Deployment of carbon capture storage (CCS) in Indonesia could cost about $500 million, a senior official at Indonesia's state oil firm Pertamina said on Monday.
Pertamina and ExxonMobil signed a memorandum of understanding during the COP26 summit last week to look at ways of using CCS in Southeast Asia's largest country.
"Our provisional estimate for investment needs is around $500 million, excluding operating costs that will be incurred during CCS operations," Daniel Purba, Pertamina's senior vice president of corporate strategy, told CNBC Indonesia.
CCS facilities are likely to be implemented in two Indonesia oil and gas fields, namely the Gundih field in Cepu and the Sukowati field in Bojonegoro, in Central and East Java respectively, Purba said.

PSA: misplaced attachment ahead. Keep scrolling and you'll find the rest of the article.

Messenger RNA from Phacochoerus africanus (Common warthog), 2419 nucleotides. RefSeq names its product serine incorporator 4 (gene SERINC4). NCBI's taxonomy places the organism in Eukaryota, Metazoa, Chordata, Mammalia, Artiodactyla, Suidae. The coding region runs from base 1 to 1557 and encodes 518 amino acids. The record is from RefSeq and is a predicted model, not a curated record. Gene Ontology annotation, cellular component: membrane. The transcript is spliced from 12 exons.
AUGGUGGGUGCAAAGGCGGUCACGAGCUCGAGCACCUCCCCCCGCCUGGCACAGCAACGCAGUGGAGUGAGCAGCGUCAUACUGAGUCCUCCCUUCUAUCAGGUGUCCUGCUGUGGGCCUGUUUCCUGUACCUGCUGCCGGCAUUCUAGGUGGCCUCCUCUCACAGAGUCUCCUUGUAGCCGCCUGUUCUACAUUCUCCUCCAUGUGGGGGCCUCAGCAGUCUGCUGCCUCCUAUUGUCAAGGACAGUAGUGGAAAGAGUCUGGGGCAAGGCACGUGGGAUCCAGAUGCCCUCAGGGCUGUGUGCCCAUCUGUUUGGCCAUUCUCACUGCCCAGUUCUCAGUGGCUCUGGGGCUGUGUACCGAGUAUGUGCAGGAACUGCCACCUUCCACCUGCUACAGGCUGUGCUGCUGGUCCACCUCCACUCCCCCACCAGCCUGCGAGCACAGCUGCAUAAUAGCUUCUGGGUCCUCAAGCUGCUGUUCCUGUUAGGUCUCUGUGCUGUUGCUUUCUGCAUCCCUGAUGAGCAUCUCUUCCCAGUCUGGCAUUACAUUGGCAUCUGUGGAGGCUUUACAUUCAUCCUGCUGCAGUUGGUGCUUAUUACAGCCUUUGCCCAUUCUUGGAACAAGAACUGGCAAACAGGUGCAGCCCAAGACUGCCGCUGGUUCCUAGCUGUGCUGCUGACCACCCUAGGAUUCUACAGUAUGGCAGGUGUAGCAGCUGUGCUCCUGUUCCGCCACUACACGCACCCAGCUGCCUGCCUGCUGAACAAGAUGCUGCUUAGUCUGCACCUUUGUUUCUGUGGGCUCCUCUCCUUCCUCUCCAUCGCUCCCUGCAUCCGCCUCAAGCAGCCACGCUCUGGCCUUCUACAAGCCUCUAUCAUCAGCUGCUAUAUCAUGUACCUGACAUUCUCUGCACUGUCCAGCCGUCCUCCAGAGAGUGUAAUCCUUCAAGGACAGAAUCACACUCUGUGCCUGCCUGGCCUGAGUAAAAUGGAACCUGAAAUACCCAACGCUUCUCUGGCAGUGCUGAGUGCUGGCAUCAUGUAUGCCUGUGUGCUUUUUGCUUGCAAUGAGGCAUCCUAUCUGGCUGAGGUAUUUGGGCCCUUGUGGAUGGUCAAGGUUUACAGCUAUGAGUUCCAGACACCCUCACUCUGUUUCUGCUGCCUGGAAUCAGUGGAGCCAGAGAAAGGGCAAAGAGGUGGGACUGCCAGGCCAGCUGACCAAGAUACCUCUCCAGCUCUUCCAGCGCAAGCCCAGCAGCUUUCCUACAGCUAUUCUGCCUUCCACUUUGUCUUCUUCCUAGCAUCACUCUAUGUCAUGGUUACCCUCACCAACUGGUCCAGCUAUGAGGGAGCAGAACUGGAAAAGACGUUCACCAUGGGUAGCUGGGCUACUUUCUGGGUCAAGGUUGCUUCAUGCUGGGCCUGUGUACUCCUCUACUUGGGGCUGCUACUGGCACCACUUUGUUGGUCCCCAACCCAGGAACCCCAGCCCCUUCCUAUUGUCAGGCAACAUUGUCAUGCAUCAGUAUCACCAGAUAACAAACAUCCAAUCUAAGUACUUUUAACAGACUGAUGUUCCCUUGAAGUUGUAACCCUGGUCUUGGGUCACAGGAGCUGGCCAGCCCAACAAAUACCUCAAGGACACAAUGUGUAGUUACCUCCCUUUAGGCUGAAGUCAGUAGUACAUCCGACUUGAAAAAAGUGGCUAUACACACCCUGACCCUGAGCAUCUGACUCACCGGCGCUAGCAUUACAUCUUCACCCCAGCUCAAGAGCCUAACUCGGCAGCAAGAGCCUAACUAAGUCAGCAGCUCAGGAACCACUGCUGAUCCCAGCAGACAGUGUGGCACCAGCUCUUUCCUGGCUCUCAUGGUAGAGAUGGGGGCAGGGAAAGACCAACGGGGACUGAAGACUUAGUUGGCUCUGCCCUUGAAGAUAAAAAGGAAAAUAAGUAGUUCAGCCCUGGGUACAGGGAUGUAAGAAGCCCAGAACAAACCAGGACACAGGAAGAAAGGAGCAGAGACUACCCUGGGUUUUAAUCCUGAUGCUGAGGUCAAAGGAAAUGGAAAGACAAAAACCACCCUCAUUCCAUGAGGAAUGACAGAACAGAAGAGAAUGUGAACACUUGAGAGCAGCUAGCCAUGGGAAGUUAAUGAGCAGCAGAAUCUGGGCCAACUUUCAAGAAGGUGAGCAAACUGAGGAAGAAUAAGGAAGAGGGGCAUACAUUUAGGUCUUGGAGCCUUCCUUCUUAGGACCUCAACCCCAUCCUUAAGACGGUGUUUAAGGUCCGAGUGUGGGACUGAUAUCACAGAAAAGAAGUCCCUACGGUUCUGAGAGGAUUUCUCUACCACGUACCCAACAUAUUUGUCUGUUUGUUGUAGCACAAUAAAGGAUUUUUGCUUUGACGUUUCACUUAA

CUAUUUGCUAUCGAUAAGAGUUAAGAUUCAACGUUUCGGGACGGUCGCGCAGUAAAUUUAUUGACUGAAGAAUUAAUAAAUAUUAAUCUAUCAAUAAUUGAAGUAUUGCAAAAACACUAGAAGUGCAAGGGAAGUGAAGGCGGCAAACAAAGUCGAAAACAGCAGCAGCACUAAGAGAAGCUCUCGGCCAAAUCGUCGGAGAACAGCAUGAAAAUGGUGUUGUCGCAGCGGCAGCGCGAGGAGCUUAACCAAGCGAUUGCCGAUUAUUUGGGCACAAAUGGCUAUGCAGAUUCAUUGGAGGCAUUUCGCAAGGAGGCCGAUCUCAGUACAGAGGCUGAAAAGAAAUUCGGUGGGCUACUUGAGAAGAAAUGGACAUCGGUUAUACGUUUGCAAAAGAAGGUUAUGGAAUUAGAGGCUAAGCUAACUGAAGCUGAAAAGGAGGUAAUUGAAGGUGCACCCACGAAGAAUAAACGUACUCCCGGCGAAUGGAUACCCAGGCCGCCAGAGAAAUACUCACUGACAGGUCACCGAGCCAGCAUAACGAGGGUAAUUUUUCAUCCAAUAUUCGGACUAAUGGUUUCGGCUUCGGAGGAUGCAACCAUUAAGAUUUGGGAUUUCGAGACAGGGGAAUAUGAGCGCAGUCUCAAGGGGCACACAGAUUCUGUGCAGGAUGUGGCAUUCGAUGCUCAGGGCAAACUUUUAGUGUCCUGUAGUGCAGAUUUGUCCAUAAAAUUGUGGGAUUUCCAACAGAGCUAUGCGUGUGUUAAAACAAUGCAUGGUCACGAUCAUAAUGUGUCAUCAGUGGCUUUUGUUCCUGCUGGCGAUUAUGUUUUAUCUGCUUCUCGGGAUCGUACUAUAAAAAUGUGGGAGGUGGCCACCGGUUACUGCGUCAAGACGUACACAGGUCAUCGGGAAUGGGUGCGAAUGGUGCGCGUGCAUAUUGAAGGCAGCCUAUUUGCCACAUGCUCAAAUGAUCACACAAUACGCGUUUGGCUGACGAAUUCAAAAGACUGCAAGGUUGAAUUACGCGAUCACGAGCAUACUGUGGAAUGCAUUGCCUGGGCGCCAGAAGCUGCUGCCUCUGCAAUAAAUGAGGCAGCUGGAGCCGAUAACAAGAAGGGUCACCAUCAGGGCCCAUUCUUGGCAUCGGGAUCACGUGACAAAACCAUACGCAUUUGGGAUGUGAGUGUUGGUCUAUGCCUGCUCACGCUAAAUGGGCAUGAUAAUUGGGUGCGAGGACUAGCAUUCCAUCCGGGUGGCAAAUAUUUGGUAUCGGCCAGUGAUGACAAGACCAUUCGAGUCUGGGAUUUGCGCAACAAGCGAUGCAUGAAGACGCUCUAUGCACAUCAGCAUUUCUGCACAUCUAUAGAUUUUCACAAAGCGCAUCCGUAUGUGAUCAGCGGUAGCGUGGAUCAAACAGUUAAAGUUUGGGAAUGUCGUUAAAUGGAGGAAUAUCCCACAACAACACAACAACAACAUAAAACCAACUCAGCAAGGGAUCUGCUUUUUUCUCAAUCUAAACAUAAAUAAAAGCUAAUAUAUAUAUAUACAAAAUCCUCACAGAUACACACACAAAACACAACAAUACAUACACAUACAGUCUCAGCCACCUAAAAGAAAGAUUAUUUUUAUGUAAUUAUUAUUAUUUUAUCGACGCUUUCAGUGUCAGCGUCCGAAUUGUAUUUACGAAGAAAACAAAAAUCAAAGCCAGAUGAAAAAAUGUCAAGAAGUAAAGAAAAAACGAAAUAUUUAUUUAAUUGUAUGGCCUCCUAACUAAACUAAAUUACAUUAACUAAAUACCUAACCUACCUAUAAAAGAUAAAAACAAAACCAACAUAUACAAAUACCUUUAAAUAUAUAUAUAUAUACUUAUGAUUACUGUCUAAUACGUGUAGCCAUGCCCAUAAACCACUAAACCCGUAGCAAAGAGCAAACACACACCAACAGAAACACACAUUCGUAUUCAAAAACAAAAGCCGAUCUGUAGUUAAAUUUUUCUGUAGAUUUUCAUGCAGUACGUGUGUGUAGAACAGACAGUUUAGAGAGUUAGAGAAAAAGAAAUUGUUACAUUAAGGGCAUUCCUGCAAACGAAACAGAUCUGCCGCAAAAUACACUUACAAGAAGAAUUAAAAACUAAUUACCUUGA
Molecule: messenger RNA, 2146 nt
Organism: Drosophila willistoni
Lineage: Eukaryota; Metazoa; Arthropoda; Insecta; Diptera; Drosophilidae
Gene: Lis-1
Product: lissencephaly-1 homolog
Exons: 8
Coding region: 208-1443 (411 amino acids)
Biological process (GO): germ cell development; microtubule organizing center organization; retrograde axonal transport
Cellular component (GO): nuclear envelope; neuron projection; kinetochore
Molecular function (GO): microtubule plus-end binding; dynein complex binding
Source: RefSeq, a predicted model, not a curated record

A spokesperson for ExxonMobil did not immediately respond to a request for comment.
Pertamina would need to build a 4 km (2.49 miles) gas pipeline from Gundih to a reservoir where they would inject the carbon, and another 30 km gas pipline from Sukowati, Purba added.
CCS traps emissions and buries them underground but is not yet at the commercialization stage.
CCS advocates see the technology as essential to help meet net-zero emissions and key to unlocking large-scale economic hydrogen production. Critics, however, say CCS will extend the life of dirty fossil fuels.
Indonesia, the world's eighth-biggest carbon emitter, has brought forward its goal for net zero emissions to 2060 or sooner.
(Reporting by Bernadette Christina Munthe; Writing by Fathin Ungku; Editing by Martin Petty)
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